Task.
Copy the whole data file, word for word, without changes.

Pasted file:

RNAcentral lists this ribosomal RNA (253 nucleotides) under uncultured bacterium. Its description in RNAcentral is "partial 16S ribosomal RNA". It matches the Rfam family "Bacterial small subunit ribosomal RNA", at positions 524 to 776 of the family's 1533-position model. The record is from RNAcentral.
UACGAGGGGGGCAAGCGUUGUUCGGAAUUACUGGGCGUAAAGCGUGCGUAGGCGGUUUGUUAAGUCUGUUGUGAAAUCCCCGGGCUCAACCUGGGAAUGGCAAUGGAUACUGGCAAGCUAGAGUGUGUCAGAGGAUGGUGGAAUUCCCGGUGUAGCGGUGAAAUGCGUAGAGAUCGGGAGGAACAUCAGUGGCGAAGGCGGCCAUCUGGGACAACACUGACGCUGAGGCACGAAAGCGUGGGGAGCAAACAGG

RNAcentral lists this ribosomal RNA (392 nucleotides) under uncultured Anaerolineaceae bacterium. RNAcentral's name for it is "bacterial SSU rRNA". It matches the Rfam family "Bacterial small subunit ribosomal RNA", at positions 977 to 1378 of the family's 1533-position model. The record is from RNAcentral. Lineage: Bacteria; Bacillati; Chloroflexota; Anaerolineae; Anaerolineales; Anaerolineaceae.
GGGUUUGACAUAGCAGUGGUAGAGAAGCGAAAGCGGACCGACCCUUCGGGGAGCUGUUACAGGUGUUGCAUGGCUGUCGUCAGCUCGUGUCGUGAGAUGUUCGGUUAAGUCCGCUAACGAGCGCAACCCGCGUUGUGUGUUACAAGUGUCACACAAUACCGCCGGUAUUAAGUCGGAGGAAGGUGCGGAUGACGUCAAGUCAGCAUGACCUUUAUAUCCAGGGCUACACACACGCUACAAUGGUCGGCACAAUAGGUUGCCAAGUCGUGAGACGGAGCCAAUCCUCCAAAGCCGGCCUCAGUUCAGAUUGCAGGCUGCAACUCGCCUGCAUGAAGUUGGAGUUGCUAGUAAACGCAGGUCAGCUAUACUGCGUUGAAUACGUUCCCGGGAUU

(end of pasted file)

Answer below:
RNAcentral lists this ribosomal RNA (253 nucleotides) under uncultured bacterium. Its description in RNAcentral is "partial 16S ribosomal RNA". It matches the Rfam family "Bacterial small subunit ribosomal RNA", at positions 524 to 776 of the family's 1533-position model. The record is from RNAcentral.
UACGAGGGGGGCAAGCGUUGUUCGGAAUUACUGGGCGUAAAGCGUGCGUAGGCGGUUUGUUAAGUCUGUUGUGAAAUCCCCGGGCUCAACCUGGGAAUGGCAAUGGAUACUGGCAAGCUAGAGUGUGUCAGAGGAUGGUGGAAUUCCCGGUGUAGCGGUGAAAUGCGUAGAGAUCGGGAGGAACAUCAGUGGCGAAGGCGGCCAUCUGGGACAACACUGACGCUGAGGCACGAAAGCGUGGGGAGCAAACAGG

RNAcentral lists this ribosomal RNA (392 nucleotides) under uncultured Anaerolineaceae bacterium. RNAcentral's name for it is "bacterial SSU rRNA". It matches the Rfam family "Bacterial small subunit ribosomal RNA", at positions 977 to 1378 of the family's 1533-position model. The record is from RNAcentral. Lineage: Bacteria; Bacillati; Chloroflexota; Anaerolineae; Anaerolineales; Anaerolineaceae.
GGGUUUGACAUAGCAGUGGUAGAGAAGCGAAAGCGGACCGACCCUUCGGGGAGCUGUUACAGGUGUUGCAUGGCUGUCGUCAGCUCGUGUCGUGAGAUGUUCGGUUAAGUCCGCUAACGAGCGCAACCCGCGUUGUGUGUUACAAGUGUCACACAAUACCGCCGGUAUUAAGUCGGAGGAAGGUGCGGAUGACGUCAAGUCAGCAUGACCUUUAUAUCCAGGGCUACACACACGCUACAAUGGUCGGCACAAUAGGUUGCCAAGUCGUGAGACGGAGCCAAUCCUCCAAAGCCGGCCUCAGUUCAGAUUGCAGGCUGCAACUCGCCUGCAUGAAGUUGGAGUUGCUAGUAAACGCAGGUCAGCUAUACUGCGUUGAAUACGUUCCCGGGAUU